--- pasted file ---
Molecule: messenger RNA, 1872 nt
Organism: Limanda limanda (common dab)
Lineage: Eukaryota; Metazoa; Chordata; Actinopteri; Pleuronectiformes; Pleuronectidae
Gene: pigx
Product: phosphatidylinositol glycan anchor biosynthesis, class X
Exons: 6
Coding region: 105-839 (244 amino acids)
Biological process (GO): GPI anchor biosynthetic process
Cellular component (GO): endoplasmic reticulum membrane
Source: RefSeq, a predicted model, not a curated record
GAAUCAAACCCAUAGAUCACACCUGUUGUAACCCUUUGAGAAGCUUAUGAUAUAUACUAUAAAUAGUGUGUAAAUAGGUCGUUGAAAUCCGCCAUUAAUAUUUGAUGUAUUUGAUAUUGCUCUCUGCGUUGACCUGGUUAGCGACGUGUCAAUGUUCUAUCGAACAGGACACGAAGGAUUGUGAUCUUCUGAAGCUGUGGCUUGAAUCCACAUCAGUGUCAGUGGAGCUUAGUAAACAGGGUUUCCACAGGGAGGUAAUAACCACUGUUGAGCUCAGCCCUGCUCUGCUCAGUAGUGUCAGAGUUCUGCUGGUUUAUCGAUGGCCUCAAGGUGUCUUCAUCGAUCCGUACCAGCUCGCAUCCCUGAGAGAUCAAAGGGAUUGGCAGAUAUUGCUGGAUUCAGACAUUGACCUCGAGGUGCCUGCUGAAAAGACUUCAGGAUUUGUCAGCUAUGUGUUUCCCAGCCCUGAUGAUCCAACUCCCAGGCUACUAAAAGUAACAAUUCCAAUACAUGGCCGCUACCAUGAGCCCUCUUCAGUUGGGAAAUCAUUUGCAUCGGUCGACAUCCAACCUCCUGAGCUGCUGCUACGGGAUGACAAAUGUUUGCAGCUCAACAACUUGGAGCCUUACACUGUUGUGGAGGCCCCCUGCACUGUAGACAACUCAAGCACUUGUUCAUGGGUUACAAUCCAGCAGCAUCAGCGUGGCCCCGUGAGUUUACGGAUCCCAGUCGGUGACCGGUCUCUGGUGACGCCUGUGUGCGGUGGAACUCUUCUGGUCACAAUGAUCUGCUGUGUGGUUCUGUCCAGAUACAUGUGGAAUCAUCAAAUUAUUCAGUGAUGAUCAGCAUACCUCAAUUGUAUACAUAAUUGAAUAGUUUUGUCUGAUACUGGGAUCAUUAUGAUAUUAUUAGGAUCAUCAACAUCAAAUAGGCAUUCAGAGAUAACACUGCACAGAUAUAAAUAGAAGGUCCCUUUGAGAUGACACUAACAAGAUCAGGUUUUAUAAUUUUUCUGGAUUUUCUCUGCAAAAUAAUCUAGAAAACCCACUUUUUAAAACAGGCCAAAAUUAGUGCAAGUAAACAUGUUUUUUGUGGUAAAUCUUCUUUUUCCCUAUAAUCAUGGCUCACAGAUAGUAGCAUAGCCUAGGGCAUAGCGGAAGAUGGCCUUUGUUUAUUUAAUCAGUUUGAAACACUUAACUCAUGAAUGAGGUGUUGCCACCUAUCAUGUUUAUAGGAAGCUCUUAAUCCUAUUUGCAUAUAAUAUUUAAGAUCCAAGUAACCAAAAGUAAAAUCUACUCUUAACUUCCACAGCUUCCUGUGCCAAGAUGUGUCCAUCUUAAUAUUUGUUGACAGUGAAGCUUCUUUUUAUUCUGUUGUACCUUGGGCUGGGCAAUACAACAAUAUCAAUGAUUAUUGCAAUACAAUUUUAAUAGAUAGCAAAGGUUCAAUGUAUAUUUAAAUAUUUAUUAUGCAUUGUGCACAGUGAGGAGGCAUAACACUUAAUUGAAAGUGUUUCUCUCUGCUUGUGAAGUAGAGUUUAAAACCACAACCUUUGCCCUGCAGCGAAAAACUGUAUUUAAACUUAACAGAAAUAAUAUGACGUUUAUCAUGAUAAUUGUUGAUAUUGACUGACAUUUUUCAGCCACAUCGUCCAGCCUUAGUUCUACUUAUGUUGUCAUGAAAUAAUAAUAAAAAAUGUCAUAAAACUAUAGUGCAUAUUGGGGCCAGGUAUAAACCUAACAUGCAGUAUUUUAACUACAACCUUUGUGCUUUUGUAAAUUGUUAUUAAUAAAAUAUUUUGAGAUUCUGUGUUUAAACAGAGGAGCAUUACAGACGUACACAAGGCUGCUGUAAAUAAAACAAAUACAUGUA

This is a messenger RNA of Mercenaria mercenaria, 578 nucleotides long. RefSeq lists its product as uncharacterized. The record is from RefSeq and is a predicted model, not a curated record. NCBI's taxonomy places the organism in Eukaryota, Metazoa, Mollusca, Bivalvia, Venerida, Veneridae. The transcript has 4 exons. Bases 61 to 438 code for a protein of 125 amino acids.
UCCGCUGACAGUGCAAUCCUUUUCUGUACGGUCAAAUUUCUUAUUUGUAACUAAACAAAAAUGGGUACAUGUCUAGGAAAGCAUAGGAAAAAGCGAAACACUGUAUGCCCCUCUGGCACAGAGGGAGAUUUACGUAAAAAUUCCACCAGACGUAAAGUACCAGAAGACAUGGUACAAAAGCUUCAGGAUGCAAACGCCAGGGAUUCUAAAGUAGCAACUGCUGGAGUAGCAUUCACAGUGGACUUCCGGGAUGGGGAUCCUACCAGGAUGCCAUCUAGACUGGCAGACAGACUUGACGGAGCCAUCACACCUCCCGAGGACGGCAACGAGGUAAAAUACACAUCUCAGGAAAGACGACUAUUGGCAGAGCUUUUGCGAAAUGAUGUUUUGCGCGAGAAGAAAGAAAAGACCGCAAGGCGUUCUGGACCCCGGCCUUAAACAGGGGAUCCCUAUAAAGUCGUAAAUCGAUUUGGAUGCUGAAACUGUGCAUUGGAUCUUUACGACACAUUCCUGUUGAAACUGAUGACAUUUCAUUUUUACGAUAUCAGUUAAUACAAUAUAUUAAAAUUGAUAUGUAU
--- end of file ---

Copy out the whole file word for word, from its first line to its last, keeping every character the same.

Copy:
Molecule: messenger RNA, 1872 nt
Organism: Limanda limanda (common dab)
Lineage: Eukaryota; Metazoa; Chordata; Actinopteri; Pleuronectiformes; Pleuronectidae
Gene: pigx
Product: phosphatidylinositol glycan anchor biosynthesis, class X
Exons: 6
Coding region: 105-839 (244 amino acids)
Biological process (GO): GPI anchor biosynthetic process
Cellular component (GO): endoplasmic reticulum membrane
Source: RefSeq, a predicted model, not a curated record
GAAUCAAACCCAUAGAUCACACCUGUUGUAACCCUUUGAGAAGCUUAUGAUAUAUACUAUAAAUAGUGUGUAAAUAGGUCGUUGAAAUCCGCCAUUAAUAUUUGAUGUAUUUGAUAUUGCUCUCUGCGUUGACCUGGUUAGCGACGUGUCAAUGUUCUAUCGAACAGGACACGAAGGAUUGUGAUCUUCUGAAGCUGUGGCUUGAAUCCACAUCAGUGUCAGUGGAGCUUAGUAAACAGGGUUUCCACAGGGAGGUAAUAACCACUGUUGAGCUCAGCCCUGCUCUGCUCAGUAGUGUCAGAGUUCUGCUGGUUUAUCGAUGGCCUCAAGGUGUCUUCAUCGAUCCGUACCAGCUCGCAUCCCUGAGAGAUCAAAGGGAUUGGCAGAUAUUGCUGGAUUCAGACAUUGACCUCGAGGUGCCUGCUGAAAAGACUUCAGGAUUUGUCAGCUAUGUGUUUCCCAGCCCUGAUGAUCCAACUCCCAGGCUACUAAAAGUAACAAUUCCAAUACAUGGCCGCUACCAUGAGCCCUCUUCAGUUGGGAAAUCAUUUGCAUCGGUCGACAUCCAACCUCCUGAGCUGCUGCUACGGGAUGACAAAUGUUUGCAGCUCAACAACUUGGAGCCUUACACUGUUGUGGAGGCCCCCUGCACUGUAGACAACUCAAGCACUUGUUCAUGGGUUACAAUCCAGCAGCAUCAGCGUGGCCCCGUGAGUUUACGGAUCCCAGUCGGUGACCGGUCUCUGGUGACGCCUGUGUGCGGUGGAACUCUUCUGGUCACAAUGAUCUGCUGUGUGGUUCUGUCCAGAUACAUGUGGAAUCAUCAAAUUAUUCAGUGAUGAUCAGCAUACCUCAAUUGUAUACAUAAUUGAAUAGUUUUGUCUGAUACUGGGAUCAUUAUGAUAUUAUUAGGAUCAUCAACAUCAAAUAGGCAUUCAGAGAUAACACUGCACAGAUAUAAAUAGAAGGUCCCUUUGAGAUGACACUAACAAGAUCAGGUUUUAUAAUUUUUCUGGAUUUUCUCUGCAAAAUAAUCUAGAAAACCCACUUUUUAAAACAGGCCAAAAUUAGUGCAAGUAAACAUGUUUUUUGUGGUAAAUCUUCUUUUUCCCUAUAAUCAUGGCUCACAGAUAGUAGCAUAGCCUAGGGCAUAGCGGAAGAUGGCCUUUGUUUAUUUAAUCAGUUUGAAACACUUAACUCAUGAAUGAGGUGUUGCCACCUAUCAUGUUUAUAGGAAGCUCUUAAUCCUAUUUGCAUAUAAUAUUUAAGAUCCAAGUAACCAAAAGUAAAAUCUACUCUUAACUUCCACAGCUUCCUGUGCCAAGAUGUGUCCAUCUUAAUAUUUGUUGACAGUGAAGCUUCUUUUUAUUCUGUUGUACCUUGGGCUGGGCAAUACAACAAUAUCAAUGAUUAUUGCAAUACAAUUUUAAUAGAUAGCAAAGGUUCAAUGUAUAUUUAAAUAUUUAUUAUGCAUUGUGCACAGUGAGGAGGCAUAACACUUAAUUGAAAGUGUUUCUCUCUGCUUGUGAAGUAGAGUUUAAAACCACAACCUUUGCCCUGCAGCGAAAAACUGUAUUUAAACUUAACAGAAAUAAUAUGACGUUUAUCAUGAUAAUUGUUGAUAUUGACUGACAUUUUUCAGCCACAUCGUCCAGCCUUAGUUCUACUUAUGUUGUCAUGAAAUAAUAAUAAAAAAUGUCAUAAAACUAUAGUGCAUAUUGGGGCCAGGUAUAAACCUAACAUGCAGUAUUUUAACUACAACCUUUGUGCUUUUGUAAAUUGUUAUUAAUAAAAUAUUUUGAGAUUCUGUGUUUAAACAGAGGAGCAUUACAGACGUACACAAGGCUGCUGUAAAUAAAACAAAUACAUGUA

This is a messenger RNA of Mercenaria mercenaria, 578 nucleotides long. RefSeq lists its product as uncharacterized. The record is from RefSeq and is a predicted model, not a curated record. NCBI's taxonomy places the organism in Eukaryota, Metazoa, Mollusca, Bivalvia, Venerida, Veneridae. The transcript has 4 exons. Bases 61 to 438 code for a protein of 125 amino acids.
UCCGCUGACAGUGCAAUCCUUUUCUGUACGGUCAAAUUUCUUAUUUGUAACUAAACAAAAAUGGGUACAUGUCUAGGAAAGCAUAGGAAAAAGCGAAACACUGUAUGCCCCUCUGGCACAGAGGGAGAUUUACGUAAAAAUUCCACCAGACGUAAAGUACCAGAAGACAUGGUACAAAAGCUUCAGGAUGCAAACGCCAGGGAUUCUAAAGUAGCAACUGCUGGAGUAGCAUUCACAGUGGACUUCCGGGAUGGGGAUCCUACCAGGAUGCCAUCUAGACUGGCAGACAGACUUGACGGAGCCAUCACACCUCCCGAGGACGGCAACGAGGUAAAAUACACAUCUCAGGAAAGACGACUAUUGGCAGAGCUUUUGCGAAAUGAUGUUUUGCGCGAGAAGAAAGAAAAGACCGCAAGGCGUUCUGGACCCCGGCCUUAAACAGGGGAUCCCUAUAAAGUCGUAAAUCGAUUUGGAUGCUGAAACUGUGCAUUGGAUCUUUACGACACAUUCCUGUUGAAACUGAUGACAUUUCAUUUUUACGAUAUCAGUUAAUACAAUAUAUUAAAAUUGAUAUGUAU